Monday, August 06, 2018

Fringe 2018 - Review - The Flashlight Zone: 20 Sci-Fi Plays In One Hour - 5 stars

#mnfringe show 19 - The Flashlight Zone: 20 Sci-Fi Plays in One Hour (order chosen at random by audience) - figured I'd like it, pleasantly surprised by how much I loved it; someone asked Twilight Zone/Dark Mirror? I replied more Bradbury/Douglas Adams sci-fi - 5 stars

The premise is in the title - 20 super-short science fiction plays crammed into a single hour of Fringe.  And anyone familiar with Fruit Flies Like A Banana (this year of any of its previous visiting iterations) or the grandmother of them all, the NeoFuturists’ Too Much Light Makes The Baby Go Blind, will recognize The Flashlight Zone’s use of the audience as random element.  The titles of all the short plays are in the program, as well as posted around the walls of the Theatre In The Round playing space.  As the audience calls out (and man, was there a lot of shouting) the title of a piece, the acting ensemble calls it out in unison, the title comes off the wall, and they begin.  One play done, the process kicks in again, until all the stories are complete (or the hour is up, whichever comes first - but at this performance, they made it with time to spare).

“What is my intended purpose?”

The thing that continues to amaze, no matter how many times I see this concept attempted, is the ability of the cast to just jump into whatever story it is, no matter how long or short, how serious or silly, and just commit from the instant it begins, even though they have no idea from one minute to the next who’s going to be called out to the center to play, or who’s on deck to go next.  That’s some serious mental and emotional gymnastics right there.  No how easy they make it look, and this ensemble makes it look easy, like actors do this every day, we shouldn’t forget how cool that is.  For the record, the performers here are Justin Betancourt, Jada Beulah, Nicole Carey, Siarde EvansChristoffer, Amanda Kay Thomm, and Mitchel Vosejpka - and I would happily go see any or all of them in another production again, they were all great.  Kudos to director Megan Rene Guidry for putting them through their paces.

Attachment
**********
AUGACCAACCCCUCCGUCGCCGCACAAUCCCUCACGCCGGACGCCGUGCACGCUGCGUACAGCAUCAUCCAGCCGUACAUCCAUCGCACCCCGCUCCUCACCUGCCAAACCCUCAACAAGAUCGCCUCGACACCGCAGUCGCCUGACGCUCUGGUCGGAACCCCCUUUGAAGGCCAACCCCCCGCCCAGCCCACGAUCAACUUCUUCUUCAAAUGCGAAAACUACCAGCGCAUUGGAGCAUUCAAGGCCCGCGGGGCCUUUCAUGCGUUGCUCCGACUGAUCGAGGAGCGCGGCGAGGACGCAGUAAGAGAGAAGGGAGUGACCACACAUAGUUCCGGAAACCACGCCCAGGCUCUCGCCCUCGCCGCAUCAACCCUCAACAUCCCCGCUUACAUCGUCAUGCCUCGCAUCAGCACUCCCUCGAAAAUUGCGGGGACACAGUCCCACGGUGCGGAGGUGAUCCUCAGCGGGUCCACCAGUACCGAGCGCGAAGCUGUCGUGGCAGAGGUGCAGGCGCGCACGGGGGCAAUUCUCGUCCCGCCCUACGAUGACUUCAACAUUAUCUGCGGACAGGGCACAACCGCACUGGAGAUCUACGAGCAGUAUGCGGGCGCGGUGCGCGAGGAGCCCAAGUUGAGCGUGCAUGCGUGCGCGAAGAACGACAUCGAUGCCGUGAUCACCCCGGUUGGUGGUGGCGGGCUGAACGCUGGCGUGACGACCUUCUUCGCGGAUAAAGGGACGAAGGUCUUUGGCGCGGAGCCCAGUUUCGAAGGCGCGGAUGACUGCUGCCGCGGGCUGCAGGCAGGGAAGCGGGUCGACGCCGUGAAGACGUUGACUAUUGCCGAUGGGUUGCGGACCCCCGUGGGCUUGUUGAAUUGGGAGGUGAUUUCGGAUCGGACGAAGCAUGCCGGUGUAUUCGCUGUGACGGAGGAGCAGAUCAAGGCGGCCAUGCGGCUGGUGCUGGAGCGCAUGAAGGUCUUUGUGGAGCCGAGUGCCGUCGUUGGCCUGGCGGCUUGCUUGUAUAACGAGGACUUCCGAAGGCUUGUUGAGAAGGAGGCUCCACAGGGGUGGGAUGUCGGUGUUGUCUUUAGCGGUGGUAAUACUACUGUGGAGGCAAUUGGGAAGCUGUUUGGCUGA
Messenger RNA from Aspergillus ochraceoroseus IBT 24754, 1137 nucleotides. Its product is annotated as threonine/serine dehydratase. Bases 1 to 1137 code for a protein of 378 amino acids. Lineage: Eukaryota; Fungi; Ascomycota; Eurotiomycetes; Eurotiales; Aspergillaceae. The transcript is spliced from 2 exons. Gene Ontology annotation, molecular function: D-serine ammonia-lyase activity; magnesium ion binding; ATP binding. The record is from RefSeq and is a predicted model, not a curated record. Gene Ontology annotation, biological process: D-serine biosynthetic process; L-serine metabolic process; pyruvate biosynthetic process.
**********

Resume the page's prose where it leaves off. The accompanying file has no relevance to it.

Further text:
“The new pieces, whispering to each other in a language I don’t understand.”

The other amazing thing is that all these plays came out of the brain and word processor of one guy, Michael Weingartner.  I’m bummed that Weingartner’s headed off to law school right after the Fringe is over because I want to see more plays from this guy.  To be fair, your mileage may vary.  I was totally into The Flashlight Zone, Mom less so, and she’s a science fiction fan, too.  There are different flavors of sci-fi.  If you’re looking for nothing but bleak dystopian views of the future, or only bright and sunny utopias, neither of those seekers will find everything they want here.  When someone asked me, because they’d heard mixed reviews, “Is it more Twilight Zone/Black Mirror kind of sci-fi?”, I replied that it was “More Ray Bradbury/Douglas Adams kind of sci-fi.”  And that’s right dead center in my wheelhouse as far as sci-fi tastes go.  When I said to someone, “I’m surprised by just how much I loved that,” Mom chimed in, “I’m surprised by how much he loved that, too.”  I was fully prepared to like it, because of the genre, and the Fringey performance twist, but I really did get into the storytelling here.

“I know they’re constantly spying on us and it’s an invasion of privacy, but it’s convenient.”

And to say too much about the content kind of gives the game away, spoilers aplenty, since each piece isn’t more than a couple of minutes long, some much less.  But to give you a taste: there’s a repair robot who starts to question their purpose in life. There’s a man with an existential self-driving car that responds to the command, “Take me where I need to go.”